Thursday, December 1, 2011

Rg Dbl Shot Sk F/W Pls


I know the above photo is of dough, but I have a very important unrelated comment to make - Sydney has an obsession with coffee. From single origin beans and personalised signature blends, to onsite roasting, to fancy shmancy rosettas, to cafes that refuse to offer anything but full cream milk and no sugar. Restaurants and cafes all over town are buzzing with caffeine fuelled punters, keen to get their daily fix.

And I think I know why.
It's because of the sexy baristas.

Seriously take any old standard looking dude, place him behind a coffee machine, add some 3 day old facial growth, a grubby t-shirt, casually but purposefully ripped jeans, some battered up sneakers and shazam you've got yourself some serious eye candy.

There is a cafe in Bondi called Harry's and honestly the barista there with the ridiculous green eyes is the main reason my friend Sarah and I spend so much unesecary time there when we really should be doing something else more productive. The presence of so many young mothers down there too only confirms my suspicions about cafes employing attractive young men in front of shop to reel in the customers. And while I definitely appreciate the rugged goodlooks of those working there, I have to be honest in saying it's the bagels that keep me coming back for more.

Along with the lure of a good coffee, there are always a plethora of breakfast options on offer as well. Bircher muesli, ricotta pancakes, eggs benedict and sourdough toast seems to be the well kept standard.At Harry's they have amazing seeded bagels on the menu - chewy and covered in carraway seeds, they are toasted, smeared with avocado, drizzled with olive oil, salt and some lemon juice. Eating them is one of the most pleasurable things in the world, just like the service offered with a wink and smouldering smile.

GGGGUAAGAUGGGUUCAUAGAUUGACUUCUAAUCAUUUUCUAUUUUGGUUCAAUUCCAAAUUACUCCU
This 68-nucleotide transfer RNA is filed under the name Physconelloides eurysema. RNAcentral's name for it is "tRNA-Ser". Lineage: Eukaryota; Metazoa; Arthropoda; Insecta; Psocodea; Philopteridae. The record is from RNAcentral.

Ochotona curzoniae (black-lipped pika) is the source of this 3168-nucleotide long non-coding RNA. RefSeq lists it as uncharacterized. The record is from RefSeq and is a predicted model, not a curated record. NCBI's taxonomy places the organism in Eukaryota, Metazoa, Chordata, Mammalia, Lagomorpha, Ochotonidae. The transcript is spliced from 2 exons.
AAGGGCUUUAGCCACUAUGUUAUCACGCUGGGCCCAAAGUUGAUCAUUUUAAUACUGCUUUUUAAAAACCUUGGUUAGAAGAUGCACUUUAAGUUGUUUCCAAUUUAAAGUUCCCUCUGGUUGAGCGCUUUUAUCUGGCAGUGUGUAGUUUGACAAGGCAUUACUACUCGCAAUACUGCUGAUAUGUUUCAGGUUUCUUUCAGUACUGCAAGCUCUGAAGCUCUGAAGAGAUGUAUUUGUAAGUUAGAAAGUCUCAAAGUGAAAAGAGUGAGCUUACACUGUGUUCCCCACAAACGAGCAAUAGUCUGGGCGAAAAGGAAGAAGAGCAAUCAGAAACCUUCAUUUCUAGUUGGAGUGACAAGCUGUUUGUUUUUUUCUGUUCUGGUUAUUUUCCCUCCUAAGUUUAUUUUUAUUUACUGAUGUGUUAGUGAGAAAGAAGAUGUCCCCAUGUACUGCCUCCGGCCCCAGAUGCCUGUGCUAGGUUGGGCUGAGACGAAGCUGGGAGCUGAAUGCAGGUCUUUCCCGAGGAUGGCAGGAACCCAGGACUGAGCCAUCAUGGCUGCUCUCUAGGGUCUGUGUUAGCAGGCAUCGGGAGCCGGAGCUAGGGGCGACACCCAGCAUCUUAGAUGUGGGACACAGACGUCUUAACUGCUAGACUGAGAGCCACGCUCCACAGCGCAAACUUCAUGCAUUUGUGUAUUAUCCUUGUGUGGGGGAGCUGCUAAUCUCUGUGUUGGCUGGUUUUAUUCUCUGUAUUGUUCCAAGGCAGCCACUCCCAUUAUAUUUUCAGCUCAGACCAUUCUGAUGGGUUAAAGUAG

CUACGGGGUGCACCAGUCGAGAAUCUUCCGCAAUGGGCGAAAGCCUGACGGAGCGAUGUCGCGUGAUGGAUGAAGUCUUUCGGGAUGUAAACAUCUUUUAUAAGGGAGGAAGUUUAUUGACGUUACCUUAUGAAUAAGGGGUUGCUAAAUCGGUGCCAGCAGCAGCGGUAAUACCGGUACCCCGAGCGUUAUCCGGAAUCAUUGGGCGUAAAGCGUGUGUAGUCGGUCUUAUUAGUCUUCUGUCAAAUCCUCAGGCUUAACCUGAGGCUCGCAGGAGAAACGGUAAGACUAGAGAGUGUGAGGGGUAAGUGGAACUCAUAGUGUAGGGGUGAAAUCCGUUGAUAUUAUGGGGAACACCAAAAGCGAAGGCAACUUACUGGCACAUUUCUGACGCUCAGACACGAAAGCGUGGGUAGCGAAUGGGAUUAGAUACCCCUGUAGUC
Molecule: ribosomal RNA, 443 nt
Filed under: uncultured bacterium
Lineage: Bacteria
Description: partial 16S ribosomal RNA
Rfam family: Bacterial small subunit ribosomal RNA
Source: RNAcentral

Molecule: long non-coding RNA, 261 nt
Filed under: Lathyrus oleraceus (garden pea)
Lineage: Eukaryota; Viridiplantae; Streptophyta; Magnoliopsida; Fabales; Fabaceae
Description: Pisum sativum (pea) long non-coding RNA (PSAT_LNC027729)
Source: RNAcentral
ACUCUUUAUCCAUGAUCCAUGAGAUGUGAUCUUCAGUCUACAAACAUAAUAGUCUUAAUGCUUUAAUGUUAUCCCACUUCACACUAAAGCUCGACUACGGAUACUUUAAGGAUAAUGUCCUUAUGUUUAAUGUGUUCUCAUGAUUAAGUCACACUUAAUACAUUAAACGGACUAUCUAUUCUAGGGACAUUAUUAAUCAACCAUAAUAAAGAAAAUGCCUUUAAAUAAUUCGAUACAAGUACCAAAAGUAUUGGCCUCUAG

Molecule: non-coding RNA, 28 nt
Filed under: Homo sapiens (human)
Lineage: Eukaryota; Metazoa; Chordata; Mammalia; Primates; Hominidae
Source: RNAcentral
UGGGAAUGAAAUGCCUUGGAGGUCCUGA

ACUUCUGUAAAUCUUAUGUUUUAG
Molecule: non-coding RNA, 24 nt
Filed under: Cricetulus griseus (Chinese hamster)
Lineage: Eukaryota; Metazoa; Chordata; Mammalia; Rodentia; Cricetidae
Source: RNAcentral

4 Seed Bagels
Makes 8

2 teaspoons of dry yeast
1 ½ tablespoons of raw sugar
1 ¼ cups of warm water
3 ½ cups of plain flour
1 ½ teaspoons of salt
1 egg, whisked
1/4 cup of each carraway, fennel, poppy and sesame seeds
1/4 cup sea salt flakes

To activate the yeast, place in a bowl with the warm water and raw sugar and set aside for a few minutes. Make a well in the centre of the liquid and pour in the flour and salt. Slowly incorporate the mixture together with your hands to form a ball that you can then place on a floured benchtop to knead (or, if you are feeling particularly lazy like I was you can use a machine - either bread machine or dough hook on a kitchen aid). Knead for a good 5-10 minutes to get a tough, dense dough. I didn't bother with resting my dough for this recipe purely because I am impatient and my bagels rose well.

Divide the dough into 8 equal portions. Roll each portion into a ball and then poke a hole through the centre of each ball to make a ring. Stretch out a little and set aside on a floured surface. Repeat for all 8 balls.

Combine all 4 seeds with the sea salt on a plate and mix together thoroughly. Have the whisked egg standing by with a brush ready. Pre-heat the oven to 220 degrees celsius. Get a large pot of water on the stove and bring to a rapid boil. Going in sets of 2, slot each bagel into the boiling water and let to boil for 2 minutes. Once boiled, place each bagel on a plate with paper towel to lightly remove any excess water. Brush the boiled bagel with egg wash, and then roll in the seed mixture. Make sure the bagel is completely covered with a very generous amount of seeds before placing on a lined baking tray. Repeat for all 8 bagels.

Bake in the oven for 20 minutes until brown and risen. Leave to cool before toasting and enjoying!


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